Things to do with kids for Chinese New Year
By Kidspot Team |
Things to do with kids for Chinese New Year

Christmas might be the biggest annual celebration on the NZ family calendar, but in other parts of the world, the Chinese New Year -- and the new lunar year --  offers an eye-popping celebration full of food and festivities to herald in good fortune for the year ahead.

What is Chinese New Year?

Chinese New Year is the most important event in the Chinese calendar and celebrates the start of a new lunar year, rather than a calendar year. Festivities begin with the new moon on the first day of the new year – which is 8 February in 2016 and ends 15 days later on the next full moon.

Chinese New Year is more than just firecrackers, 'lucky money' and dancing dragons - it honours heaven, earth and ancestors, and is a celebration of family and thanksgiving.

Each year is associated with one of twelve Chinese zodiac animal signs, along with one of five elements (gold, water, wood, fire or earth). 2016 is the year of the fire monkey.

What Year Where You Born?

Your Chinese zodiac animal sign is derived from the year you were born. Below is a guide, though if you were born in January or February it may be slightly different as the beginning of the new year moves between 21st January and 20th February.

  • Rat: 2008, 1996, 1984, 1972, 1960
  • Ox: 2009, 1997, 1985, 1973, 1961
  • Tiger: 2010, 1998, 1986, 1974, 1962
  • Rabbit: 2011, 1999, 1987, 1975, 1963
  • Dragon: 2012, 2000, 1988, 1976, 1964
  • Snake: 2013, 2001, 1989, 1977, 1965
  • Horse: 2014, 2002, 1990, 1978, 1966
  • Sheep: 2015, 2003, 1991, 1979, 1967
  • Monkey: 2016, 2004, 1992, 1980, 1968
  • Rooster: 2017, 2005, 1993, 1981, 1969
  • Dog: 2018, 2006, 1994, 1982, 1970
  • Pig: 2019, 2007, 1995, 1983, 1971

Chinese New Year crafts for kids

In China, children spend months making crafts for the New Year celebrations. Dragons play a special role in Chinese mythology and tradition and during the New Year celebrations, lively dragon parades can be seen dancing down the streets to the beat of drums and music. Get your kids into the spirit of Chinese New Year by making their very own dancing dragon puppet and Chinese drum, then let them play outside with their creations.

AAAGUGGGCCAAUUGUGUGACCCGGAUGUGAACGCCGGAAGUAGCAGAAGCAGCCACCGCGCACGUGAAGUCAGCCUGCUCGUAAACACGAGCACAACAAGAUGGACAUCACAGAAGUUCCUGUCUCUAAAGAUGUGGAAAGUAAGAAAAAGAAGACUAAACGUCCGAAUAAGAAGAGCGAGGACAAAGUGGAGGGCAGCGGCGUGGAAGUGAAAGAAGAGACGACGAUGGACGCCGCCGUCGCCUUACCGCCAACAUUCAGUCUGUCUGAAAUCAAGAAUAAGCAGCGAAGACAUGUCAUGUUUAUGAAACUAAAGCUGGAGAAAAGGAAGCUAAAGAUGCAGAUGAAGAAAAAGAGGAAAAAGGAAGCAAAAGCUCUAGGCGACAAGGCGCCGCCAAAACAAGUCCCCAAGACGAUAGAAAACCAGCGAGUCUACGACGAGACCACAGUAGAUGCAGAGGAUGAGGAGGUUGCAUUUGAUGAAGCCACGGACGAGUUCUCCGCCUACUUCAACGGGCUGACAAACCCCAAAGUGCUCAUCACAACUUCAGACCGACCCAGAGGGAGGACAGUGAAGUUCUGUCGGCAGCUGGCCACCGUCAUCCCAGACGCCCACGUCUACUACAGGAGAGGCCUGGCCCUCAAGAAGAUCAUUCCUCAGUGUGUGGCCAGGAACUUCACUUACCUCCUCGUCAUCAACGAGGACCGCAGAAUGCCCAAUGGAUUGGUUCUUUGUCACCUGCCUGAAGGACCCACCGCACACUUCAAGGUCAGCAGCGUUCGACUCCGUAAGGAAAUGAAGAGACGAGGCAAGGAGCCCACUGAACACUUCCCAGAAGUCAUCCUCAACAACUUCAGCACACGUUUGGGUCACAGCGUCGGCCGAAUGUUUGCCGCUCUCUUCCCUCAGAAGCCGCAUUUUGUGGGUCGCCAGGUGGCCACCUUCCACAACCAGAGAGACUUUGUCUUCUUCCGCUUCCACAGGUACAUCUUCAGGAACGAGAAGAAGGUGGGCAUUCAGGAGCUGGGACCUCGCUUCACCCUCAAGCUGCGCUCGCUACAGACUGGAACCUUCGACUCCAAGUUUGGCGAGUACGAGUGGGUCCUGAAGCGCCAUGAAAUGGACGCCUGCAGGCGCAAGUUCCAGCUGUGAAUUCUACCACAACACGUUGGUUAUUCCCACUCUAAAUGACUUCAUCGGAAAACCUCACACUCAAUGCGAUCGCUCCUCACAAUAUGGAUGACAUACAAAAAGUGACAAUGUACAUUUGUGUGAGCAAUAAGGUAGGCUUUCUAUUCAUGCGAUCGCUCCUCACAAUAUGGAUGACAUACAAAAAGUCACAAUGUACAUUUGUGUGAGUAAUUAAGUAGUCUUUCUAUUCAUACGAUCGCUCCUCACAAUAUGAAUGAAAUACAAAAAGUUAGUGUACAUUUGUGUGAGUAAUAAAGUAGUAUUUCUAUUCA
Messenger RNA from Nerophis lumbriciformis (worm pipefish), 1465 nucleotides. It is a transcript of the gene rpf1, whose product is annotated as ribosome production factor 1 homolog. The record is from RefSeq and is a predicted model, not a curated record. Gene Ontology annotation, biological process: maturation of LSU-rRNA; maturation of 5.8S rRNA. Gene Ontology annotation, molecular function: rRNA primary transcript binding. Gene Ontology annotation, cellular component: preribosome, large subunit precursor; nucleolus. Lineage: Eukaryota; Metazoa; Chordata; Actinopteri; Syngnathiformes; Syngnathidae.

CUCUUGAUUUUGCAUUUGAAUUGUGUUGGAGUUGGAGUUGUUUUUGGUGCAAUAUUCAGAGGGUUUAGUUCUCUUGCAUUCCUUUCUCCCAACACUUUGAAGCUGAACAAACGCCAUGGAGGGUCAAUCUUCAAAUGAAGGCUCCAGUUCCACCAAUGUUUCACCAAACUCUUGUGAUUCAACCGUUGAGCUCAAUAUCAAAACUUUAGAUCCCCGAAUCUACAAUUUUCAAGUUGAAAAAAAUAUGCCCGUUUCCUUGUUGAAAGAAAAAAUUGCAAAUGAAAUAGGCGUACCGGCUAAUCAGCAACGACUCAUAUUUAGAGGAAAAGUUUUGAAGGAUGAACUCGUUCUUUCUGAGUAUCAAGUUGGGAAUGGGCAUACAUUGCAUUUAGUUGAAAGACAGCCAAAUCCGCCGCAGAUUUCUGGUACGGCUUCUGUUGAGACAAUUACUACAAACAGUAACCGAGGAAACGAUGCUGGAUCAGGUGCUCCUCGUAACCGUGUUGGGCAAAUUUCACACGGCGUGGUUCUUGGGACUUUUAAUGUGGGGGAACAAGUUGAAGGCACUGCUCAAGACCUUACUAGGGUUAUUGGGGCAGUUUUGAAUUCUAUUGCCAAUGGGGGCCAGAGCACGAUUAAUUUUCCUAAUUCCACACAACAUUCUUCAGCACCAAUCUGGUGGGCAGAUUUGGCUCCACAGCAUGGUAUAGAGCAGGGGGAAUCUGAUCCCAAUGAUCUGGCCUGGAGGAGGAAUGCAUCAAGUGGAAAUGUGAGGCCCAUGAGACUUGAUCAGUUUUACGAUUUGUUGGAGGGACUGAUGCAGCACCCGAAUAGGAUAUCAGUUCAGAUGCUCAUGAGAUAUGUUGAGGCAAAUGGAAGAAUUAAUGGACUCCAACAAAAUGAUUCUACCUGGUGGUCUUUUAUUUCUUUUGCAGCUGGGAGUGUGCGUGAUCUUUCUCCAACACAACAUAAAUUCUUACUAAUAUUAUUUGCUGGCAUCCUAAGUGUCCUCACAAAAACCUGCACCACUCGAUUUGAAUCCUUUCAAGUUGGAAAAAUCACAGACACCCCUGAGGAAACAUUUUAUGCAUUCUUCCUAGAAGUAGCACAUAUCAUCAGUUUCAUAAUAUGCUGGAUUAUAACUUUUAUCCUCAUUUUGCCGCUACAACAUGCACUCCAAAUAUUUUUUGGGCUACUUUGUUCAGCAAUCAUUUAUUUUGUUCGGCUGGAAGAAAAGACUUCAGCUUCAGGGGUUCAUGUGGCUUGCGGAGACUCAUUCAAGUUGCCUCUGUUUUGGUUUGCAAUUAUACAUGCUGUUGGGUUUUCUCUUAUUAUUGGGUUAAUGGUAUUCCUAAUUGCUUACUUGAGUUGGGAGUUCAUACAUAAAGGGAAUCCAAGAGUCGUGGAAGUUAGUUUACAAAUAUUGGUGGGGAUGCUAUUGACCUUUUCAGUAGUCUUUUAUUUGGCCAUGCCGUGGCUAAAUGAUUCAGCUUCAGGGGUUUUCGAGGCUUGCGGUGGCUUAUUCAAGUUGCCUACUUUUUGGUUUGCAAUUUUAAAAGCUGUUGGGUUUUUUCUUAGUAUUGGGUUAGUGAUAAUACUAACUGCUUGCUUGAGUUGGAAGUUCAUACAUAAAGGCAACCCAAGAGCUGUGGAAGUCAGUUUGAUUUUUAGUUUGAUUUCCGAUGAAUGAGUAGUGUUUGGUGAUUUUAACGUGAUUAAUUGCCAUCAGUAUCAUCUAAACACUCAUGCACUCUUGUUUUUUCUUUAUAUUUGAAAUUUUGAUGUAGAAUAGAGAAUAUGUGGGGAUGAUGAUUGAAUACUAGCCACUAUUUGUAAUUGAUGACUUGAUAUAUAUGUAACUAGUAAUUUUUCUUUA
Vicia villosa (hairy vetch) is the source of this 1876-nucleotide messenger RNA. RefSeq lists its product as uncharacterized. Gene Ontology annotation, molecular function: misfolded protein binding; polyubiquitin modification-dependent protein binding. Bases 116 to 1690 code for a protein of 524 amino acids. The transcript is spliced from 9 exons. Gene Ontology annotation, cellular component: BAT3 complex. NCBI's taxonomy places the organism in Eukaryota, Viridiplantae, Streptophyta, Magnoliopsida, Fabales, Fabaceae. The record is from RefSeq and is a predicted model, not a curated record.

Decorations and traditions to bring Chinese New Year to life

Decorations such as pretty coloured lanterns and paper garlands make Chinese New year come to life. One tradition is for families to clean their house to sweep away any bad luck. Windows and doors are decorated with lucky red paper decorations said to bring "good fortune" or "happiness", "wealth", and "longevity".

Try making these handmade Chinese New Year crafts to bring the festival to life in your house:

Chinese New Year feasts

In China, on the Eve of Chinese New Year, supper is a massive feast with family. The festive table includes meats such as pig, duck, chicken as well as Chinese sweet delicacies. Why not throw a Chinese New Year feast for your family and include these recipes in your banquet?

Chinese New Year firecrackers and traditions

Firecrackers play a big part in the Chinese New Year celebrations. On the eve of Chinese New Year families will end the night with firecrackers to scare away the evil spirits.

Another fun Chinese New Year tradition that we know your kids will love to adopt is the 'lucky money' tradition. Early the next morning after New Years eve, Chinese children greet their parents by wishing them a healthy and happy new year, and receive money in red paper envelopes! Simply buy some red envelopes and pop a coin or two in them to take part in this fun custom. You can even up the ante by having a treasure hunt game where your kids have to find the hidden red envelopes in your house or garden.

One more thing...

The Chinese New Year tradition is to reconcile, forget all grudges and sincerely wish peace and happiness for everyone. So if you have any unfinished business with friends or your mother-in-law, now is the time to clear the air before breaking in the new year.

 

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